# 32325

WESTALL, William (1781-1850)

William Westall, voyage artist: autograph receipt for the sale a drawing for Mrs. Haldimand, dated 31 October 1826.

$1,900.00 AUD

Manuscript in ink on laid paper, 75 x 180 mm; dated ‘Oct. 31st 1826’, the document is written in Westall’s hand and is worded: ‘Recd. of G. J. Robson Esqre. Ten Guineas for a Drawing for Mrs. Haldimand. [Signed] W. Westall. / £10.10’; blind stamped at left margin ‘Receipt Three Pence’; clean and complete.

Rare autograph document of William Westall (1781-1850), one of the first European artists to work in Australia.

As a very young man, Westall served as artist for Matthew Flinders on his voyage of circumnavigation of New Holland in the Investigator (1801-03). In his later career in England he established himself as a successful landscape artist.

For a brief biographical sketch of Westall, see the DAAO.

The purchaser of Westall’s drawing, Mrs. Sophia Haldimand (née Prinsep, d. 1861), was the wife of London financier and property developer George Haldimand (1781-1850), whom she had married in 1807. Haldimand was a partner in the syndicate responsible for building Belgrave Square, which is where the couple resided for most of their married life.

The Haldimands were both passionate collectors and patrons of the arts. In 1826 Sophia commissioned the watercolourist George Fennel Robson – who is named on Westall’s receipt – to assemble for her an album of  watercolours by leading British artists of the day. By 1828 Robson had compiled the Haldimand Album, containing 100 commissioned works by 99 artists, including Westall, J. W. M. Turner and John Constable. Although the subjects were mainly landscapes, the album also included still life, historical and genre paintings. The works were commissioned to conform to a standard small format of around 18 x 25 cm, and Sophia Haldimand had a rosewood table and integral drawer specially designed to house the album; the table had a rising top on which the album could be easily displayed. Ten guineas was reportedly the upper limit for any work acquired by Robson on Mrs. Haldimand’s behalf – testament to the esteem in which Westall was held as an artist.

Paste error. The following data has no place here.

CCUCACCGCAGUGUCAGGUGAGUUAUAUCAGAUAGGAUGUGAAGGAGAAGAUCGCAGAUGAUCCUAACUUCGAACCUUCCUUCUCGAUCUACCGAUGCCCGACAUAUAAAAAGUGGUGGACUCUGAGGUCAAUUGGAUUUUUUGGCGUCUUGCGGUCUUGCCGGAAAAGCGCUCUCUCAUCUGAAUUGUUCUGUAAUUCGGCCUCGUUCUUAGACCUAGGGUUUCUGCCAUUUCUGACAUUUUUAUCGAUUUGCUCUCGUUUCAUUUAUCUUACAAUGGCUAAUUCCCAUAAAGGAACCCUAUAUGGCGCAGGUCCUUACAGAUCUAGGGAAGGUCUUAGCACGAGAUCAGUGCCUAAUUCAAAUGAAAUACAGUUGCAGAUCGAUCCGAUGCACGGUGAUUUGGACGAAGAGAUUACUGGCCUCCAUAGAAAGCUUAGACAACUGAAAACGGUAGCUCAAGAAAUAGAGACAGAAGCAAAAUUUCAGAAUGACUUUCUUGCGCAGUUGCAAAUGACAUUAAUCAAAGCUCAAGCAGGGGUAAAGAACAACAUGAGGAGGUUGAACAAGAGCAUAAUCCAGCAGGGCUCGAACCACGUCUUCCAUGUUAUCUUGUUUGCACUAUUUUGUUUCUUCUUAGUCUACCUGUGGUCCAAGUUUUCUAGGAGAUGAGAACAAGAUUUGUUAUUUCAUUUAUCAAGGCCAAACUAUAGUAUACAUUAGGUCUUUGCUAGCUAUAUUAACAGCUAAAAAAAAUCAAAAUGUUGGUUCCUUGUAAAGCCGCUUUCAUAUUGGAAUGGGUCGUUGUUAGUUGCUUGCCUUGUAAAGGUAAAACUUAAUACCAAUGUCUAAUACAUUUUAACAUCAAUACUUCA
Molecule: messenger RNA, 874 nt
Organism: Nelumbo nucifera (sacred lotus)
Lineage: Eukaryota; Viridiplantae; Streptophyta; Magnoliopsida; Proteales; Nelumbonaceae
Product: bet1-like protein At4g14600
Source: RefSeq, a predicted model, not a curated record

The Haldimand Album was sold after Sophia’s death in 1861 for £1500. It resurfaced again in 1883 with the London art dealer, Vokins, who had the works remounted. The collection remained substantially intact for almost another century: in 1980, the 97 surviving paintings from the album were sold, individually and in small groups, by Christie’s.

Reference: Philip McEvansoneya, Petrie and the Haldimand Album, in Irish Arts Review, Autumn 2008, pp 121-3.